2) Live Support

Responsive Mindset: Offer live support as a last resort. Use a combination of concepts like IVR and self-service to deflect as may calls as possible from a live agent. Restrict hours and access to live support agents (perhaps even charging for live help) to further coerce customers into using these channels.

Engagement Mindset: Actively seek opportunities to directly communicate with customers. Pipe customer calls directly into live agents who can more productively build relationships with customers. Escalate social media and message board comments with personalized discussions, advice and offers. Offer minimally-restricted live support consistent with customer channel preferences. Use IVRs and self-service in situations for which they are more productive (for the customer) than live support.

3) Issue Comprehension

Responsive Mindset: Use IVR and diagnostic tools to lump customers into broad buckets. Offer generalized response and support based on these buckets. Rely on scripts and policies to address and resolve issues even when they do not neatly fit into the common support bucket.

Engagement Mindset: Qualify customer’s unique situation by understanding who they are, what happened (according to them) and what they demand in response. Rely on script to provide efficient solutions where possible but also assure agents are empowered to provide creative, customer-centric solutions (or at least encouraged to ask management for support in tailoring an outcome for the customer).

4) Revenue Generation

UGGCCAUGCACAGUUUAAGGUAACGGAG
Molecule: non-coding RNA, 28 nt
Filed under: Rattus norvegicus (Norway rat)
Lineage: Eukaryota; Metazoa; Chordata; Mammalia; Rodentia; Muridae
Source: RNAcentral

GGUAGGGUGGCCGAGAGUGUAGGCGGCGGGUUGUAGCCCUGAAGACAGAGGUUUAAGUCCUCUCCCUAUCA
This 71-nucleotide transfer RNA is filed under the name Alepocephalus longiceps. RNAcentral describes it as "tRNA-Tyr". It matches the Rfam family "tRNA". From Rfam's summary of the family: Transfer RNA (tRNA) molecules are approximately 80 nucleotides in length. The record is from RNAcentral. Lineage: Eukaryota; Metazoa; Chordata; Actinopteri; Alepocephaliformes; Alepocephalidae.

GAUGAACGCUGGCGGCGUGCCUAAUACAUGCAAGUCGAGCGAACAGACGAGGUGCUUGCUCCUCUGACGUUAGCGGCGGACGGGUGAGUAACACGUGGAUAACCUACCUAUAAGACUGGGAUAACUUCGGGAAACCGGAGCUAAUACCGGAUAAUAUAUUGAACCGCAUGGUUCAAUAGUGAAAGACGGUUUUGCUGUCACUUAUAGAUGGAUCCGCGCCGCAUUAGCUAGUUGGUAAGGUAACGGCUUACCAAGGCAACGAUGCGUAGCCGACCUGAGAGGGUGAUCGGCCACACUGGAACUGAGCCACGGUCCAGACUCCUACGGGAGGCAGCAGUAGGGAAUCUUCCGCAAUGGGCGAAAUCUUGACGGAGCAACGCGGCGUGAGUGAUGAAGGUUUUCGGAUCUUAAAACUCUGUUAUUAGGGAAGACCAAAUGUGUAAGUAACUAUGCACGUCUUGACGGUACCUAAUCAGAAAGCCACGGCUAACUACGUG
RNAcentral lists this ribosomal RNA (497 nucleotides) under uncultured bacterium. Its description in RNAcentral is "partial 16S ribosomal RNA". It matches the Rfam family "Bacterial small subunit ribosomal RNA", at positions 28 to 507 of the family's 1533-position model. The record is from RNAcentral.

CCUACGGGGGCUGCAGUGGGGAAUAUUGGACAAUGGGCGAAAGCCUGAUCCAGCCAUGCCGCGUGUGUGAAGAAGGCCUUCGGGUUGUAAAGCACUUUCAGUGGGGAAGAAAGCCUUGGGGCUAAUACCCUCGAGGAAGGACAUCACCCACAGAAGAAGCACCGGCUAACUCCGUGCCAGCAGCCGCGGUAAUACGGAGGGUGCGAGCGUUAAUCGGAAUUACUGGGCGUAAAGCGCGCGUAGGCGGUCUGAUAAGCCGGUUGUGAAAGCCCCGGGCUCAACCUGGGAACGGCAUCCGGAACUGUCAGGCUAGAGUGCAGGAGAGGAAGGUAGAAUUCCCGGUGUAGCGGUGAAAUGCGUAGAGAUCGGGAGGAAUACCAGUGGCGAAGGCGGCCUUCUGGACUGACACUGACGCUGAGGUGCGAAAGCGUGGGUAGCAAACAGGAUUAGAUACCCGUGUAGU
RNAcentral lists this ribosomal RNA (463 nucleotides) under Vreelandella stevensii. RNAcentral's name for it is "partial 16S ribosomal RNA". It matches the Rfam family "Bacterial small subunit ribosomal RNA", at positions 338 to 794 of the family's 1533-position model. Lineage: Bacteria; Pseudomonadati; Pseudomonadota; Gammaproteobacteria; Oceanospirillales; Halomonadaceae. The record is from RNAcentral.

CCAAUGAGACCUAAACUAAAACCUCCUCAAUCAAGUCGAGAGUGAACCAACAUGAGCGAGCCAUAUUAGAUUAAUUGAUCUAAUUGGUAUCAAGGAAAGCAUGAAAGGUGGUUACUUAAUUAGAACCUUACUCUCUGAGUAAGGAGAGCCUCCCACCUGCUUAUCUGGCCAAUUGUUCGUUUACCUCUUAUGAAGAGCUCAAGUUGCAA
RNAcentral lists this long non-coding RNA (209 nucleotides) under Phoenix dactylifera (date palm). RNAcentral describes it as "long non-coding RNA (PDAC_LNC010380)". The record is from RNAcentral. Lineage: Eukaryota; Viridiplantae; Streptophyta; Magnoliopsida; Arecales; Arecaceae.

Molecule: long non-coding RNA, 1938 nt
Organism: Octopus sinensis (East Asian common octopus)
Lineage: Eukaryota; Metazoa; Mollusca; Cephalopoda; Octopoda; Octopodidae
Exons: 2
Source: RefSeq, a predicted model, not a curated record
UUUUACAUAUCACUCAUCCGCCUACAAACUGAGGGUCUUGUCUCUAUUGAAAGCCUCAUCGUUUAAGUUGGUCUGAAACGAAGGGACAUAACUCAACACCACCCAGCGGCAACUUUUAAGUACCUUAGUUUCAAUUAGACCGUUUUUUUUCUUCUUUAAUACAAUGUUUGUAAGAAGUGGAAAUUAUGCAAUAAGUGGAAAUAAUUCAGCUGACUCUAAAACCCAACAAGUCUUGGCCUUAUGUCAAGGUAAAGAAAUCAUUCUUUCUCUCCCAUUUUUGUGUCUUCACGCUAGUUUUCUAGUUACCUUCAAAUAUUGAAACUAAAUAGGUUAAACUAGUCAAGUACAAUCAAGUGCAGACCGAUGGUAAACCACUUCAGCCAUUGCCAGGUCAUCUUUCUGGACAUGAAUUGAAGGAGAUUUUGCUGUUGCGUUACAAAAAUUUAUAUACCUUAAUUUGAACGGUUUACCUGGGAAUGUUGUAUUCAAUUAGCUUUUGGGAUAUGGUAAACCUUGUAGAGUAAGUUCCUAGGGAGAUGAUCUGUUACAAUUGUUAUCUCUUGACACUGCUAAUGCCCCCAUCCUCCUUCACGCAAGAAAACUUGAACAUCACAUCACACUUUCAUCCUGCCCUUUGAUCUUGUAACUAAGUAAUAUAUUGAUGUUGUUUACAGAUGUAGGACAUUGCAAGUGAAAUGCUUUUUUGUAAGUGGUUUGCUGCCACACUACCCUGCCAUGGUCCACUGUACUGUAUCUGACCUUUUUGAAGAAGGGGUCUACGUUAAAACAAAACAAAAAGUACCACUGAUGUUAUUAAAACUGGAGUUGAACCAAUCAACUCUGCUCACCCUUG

Responsive Mindset: Make sure to seize upsell/cross-sell opportunities by mentioning additional products on each call. Focus additional levels of engagement on those customers who initially seem most intent to buy more. Use social primarily as a free/cheap marketing channel.

Engagement Mindset: Think of each call as an opportunity to solve a customer’s issue; if the best means of doing so is to direct them to a new or premium version of the product, then feel free to upsell. Use social primarily to understand and engage with customer base; "marketing" should align with what the customers want from the company’s social account. Recognize that customer satisfaction, even if costly in the short-term, is a long-term revenue driver in and of itself.

5) Service Evolution

Responsive Mindset: Treat each call as an isolated transaction; work is done once it ends in resolution. Use customer feedback as a performance and quality measurement tool but not necessarily as a critique of fundamentally-flawed operations and systems. Present customer feedback in quantitative "score" form rather than in qualitative insights. If insights are used, primarily focus on building them into the knowledgebase so that future calls will be more "efficient."

Engagement Mindset: Treat each call as one component of the brand’s interaction with each customer—and with the abstract "customer." Convey all relevant feedback on the product and service experience up the food chain, assuring that any lingering or inherent issues are imminently solved. Use scoring to take a broad overview of the contact center process but also rely on qualitative insights to make sweeping changes to products and the surrounding service experience. Assure customer insights are incorporated into product, marketing and service activity at every conceivable touchpoint.